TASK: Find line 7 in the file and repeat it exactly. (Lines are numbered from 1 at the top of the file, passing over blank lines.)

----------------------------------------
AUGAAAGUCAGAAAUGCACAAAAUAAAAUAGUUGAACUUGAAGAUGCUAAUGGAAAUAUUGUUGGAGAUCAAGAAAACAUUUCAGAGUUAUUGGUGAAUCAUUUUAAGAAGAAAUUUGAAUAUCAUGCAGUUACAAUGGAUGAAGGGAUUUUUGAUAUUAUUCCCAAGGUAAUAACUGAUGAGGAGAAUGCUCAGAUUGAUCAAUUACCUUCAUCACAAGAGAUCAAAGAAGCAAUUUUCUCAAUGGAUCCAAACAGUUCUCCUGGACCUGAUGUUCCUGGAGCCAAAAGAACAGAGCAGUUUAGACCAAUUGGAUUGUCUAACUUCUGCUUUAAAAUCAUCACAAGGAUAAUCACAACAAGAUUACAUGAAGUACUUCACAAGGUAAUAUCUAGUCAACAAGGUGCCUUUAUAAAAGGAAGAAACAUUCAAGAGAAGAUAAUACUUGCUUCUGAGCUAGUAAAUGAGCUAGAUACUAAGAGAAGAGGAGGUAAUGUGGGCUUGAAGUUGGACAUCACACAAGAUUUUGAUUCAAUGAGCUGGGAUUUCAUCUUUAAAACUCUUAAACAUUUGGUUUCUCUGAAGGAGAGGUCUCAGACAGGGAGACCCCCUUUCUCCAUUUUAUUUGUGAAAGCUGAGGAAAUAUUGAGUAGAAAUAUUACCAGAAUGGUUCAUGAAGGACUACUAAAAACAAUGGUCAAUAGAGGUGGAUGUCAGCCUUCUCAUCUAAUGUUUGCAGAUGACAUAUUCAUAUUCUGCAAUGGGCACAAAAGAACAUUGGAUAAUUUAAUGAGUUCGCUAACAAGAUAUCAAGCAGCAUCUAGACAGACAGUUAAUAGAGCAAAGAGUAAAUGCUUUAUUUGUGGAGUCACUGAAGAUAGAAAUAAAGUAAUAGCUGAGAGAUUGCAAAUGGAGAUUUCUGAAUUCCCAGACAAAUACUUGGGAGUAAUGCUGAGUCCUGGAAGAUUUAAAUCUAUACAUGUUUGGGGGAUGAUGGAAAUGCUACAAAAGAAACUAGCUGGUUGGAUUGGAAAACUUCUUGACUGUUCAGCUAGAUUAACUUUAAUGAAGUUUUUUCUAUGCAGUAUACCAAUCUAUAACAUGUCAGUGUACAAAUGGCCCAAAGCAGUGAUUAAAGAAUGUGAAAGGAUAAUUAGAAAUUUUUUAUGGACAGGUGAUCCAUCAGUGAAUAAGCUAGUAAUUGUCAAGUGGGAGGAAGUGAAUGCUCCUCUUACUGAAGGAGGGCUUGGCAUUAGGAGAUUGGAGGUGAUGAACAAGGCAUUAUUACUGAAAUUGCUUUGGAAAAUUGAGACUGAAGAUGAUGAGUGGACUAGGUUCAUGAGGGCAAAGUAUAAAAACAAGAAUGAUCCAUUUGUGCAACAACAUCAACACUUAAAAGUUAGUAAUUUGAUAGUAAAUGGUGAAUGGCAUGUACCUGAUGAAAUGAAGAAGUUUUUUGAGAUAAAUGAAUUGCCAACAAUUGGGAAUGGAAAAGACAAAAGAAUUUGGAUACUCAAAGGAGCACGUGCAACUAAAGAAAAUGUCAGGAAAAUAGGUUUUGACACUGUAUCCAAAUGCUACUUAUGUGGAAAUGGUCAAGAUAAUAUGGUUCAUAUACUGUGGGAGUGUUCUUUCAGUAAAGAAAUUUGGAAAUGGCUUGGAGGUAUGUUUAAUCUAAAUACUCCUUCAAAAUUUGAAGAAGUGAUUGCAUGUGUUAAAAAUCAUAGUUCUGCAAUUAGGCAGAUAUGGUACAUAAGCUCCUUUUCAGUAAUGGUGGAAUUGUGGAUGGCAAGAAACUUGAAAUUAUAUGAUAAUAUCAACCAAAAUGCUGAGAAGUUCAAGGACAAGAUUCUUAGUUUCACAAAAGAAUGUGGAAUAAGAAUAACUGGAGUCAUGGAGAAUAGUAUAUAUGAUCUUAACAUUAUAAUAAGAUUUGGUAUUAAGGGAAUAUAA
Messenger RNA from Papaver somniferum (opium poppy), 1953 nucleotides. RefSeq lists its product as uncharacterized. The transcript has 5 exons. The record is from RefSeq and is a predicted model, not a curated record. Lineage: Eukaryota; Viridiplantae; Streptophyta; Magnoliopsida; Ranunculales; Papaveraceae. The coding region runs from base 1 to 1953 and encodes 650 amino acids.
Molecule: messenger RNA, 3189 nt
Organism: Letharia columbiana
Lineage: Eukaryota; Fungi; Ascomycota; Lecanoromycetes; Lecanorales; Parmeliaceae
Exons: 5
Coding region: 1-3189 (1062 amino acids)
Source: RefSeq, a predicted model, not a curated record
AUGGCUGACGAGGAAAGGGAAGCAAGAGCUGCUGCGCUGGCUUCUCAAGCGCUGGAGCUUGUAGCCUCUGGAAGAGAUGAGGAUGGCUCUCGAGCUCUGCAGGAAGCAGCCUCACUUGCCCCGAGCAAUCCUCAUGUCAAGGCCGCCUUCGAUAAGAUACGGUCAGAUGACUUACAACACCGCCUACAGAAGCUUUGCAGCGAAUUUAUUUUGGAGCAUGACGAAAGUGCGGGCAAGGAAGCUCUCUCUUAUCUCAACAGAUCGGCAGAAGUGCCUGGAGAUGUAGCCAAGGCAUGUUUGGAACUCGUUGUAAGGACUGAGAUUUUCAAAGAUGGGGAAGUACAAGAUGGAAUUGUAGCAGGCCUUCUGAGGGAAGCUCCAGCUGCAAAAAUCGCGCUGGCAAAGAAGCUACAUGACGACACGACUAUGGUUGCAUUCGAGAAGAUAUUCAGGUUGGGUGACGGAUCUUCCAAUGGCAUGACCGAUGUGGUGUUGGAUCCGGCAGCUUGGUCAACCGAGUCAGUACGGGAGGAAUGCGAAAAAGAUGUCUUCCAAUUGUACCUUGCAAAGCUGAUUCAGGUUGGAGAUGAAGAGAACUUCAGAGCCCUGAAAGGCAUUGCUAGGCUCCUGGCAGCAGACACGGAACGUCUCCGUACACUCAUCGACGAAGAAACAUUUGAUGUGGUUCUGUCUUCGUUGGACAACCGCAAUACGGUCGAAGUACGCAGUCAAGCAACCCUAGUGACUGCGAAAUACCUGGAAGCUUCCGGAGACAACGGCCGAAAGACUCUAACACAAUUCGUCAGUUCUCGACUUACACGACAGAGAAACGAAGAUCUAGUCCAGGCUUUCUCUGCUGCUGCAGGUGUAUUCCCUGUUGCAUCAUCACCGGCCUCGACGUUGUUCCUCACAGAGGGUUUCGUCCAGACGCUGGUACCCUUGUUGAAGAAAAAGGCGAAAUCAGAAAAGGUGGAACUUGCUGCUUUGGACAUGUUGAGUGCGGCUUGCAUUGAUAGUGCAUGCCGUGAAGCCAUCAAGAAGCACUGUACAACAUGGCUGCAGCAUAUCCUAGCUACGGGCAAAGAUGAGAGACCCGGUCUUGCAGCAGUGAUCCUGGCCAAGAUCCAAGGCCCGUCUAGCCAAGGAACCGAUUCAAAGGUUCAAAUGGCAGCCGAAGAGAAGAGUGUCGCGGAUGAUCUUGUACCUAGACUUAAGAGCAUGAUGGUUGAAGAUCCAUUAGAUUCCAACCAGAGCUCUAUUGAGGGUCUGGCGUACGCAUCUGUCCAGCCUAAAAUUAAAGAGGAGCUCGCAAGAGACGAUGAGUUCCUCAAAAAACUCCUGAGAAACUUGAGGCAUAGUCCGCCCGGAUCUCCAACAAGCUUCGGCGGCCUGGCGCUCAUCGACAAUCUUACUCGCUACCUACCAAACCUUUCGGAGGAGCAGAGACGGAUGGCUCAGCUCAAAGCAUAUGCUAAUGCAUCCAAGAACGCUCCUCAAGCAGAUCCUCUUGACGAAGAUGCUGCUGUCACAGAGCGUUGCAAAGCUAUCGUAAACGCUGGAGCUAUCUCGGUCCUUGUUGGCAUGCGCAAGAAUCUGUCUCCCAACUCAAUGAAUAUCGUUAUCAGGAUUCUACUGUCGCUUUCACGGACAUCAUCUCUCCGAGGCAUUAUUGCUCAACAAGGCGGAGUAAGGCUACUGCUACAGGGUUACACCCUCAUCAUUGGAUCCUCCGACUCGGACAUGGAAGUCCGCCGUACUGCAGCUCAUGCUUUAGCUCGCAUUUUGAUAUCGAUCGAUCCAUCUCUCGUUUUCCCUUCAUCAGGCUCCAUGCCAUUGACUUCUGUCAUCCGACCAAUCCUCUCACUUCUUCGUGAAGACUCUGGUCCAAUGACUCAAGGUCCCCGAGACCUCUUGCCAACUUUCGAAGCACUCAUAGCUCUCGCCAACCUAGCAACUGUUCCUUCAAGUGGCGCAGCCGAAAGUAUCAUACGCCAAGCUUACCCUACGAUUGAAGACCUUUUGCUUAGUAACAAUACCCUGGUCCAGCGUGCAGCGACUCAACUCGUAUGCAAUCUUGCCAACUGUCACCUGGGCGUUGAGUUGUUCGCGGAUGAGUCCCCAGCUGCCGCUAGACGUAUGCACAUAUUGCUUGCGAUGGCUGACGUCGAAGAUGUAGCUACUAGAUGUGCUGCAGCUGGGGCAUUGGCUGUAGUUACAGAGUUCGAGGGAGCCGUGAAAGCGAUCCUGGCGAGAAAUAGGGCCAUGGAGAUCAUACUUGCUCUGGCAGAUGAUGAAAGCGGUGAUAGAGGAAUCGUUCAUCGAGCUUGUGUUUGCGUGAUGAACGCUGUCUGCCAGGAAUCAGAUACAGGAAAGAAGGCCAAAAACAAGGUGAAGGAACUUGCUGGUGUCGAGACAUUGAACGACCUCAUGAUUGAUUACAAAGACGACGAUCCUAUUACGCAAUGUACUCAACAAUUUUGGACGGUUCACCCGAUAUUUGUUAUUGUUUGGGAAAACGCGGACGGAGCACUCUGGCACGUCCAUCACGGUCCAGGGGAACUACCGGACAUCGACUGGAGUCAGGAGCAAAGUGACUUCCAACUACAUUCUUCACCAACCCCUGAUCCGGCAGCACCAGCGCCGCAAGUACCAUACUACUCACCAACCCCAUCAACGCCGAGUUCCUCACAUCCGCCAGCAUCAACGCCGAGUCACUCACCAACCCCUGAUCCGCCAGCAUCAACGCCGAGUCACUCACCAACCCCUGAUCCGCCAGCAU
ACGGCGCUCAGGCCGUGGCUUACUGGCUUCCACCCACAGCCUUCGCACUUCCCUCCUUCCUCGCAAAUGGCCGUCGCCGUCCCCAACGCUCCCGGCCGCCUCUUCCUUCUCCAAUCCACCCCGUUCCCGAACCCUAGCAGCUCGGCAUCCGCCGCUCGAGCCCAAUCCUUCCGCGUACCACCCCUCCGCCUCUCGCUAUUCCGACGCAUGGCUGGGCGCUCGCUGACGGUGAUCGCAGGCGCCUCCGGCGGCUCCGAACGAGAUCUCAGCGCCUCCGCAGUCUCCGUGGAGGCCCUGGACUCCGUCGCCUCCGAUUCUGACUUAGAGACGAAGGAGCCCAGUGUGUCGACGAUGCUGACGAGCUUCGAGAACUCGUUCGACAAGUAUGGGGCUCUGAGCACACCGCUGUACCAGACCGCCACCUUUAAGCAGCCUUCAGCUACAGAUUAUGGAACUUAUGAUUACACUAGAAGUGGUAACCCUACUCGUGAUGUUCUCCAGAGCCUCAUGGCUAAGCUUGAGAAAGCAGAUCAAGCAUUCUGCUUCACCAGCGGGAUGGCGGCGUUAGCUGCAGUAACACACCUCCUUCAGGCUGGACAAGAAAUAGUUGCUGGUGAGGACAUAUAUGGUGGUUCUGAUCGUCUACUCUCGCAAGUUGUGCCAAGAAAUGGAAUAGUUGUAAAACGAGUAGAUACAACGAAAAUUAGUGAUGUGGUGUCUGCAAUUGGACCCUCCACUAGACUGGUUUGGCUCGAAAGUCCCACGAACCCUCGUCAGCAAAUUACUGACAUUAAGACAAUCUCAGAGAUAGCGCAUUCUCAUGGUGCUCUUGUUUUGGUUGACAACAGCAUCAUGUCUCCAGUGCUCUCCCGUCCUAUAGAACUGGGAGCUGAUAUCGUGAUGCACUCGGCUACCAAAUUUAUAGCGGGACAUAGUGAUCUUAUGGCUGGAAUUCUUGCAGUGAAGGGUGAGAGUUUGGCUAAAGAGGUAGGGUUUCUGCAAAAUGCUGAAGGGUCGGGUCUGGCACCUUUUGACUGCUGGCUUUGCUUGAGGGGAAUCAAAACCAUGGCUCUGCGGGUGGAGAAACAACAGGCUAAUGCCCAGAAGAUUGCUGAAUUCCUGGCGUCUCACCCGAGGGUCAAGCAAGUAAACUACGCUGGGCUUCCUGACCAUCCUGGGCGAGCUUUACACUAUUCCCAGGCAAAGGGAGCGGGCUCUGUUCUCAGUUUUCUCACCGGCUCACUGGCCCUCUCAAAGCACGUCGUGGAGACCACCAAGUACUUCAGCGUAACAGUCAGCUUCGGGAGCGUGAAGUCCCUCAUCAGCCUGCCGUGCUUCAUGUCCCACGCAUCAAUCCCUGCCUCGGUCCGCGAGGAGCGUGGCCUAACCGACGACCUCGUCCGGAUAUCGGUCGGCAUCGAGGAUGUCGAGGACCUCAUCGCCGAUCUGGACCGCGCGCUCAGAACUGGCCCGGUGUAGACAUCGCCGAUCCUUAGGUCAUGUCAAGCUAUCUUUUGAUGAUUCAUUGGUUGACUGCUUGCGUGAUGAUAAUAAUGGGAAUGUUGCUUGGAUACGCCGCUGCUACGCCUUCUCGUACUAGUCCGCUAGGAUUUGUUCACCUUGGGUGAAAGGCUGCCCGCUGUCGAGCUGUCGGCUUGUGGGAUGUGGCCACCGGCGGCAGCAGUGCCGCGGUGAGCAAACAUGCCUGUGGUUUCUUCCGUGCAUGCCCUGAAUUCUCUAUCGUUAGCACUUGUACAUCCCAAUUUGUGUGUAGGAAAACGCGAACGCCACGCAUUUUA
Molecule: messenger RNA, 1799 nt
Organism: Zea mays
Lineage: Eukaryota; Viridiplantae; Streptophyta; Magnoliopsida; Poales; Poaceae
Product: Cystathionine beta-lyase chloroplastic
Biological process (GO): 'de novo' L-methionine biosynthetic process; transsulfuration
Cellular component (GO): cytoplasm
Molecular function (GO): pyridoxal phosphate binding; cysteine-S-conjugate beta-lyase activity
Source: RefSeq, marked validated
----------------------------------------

Coding region: 1-3189 (1062 amino acids)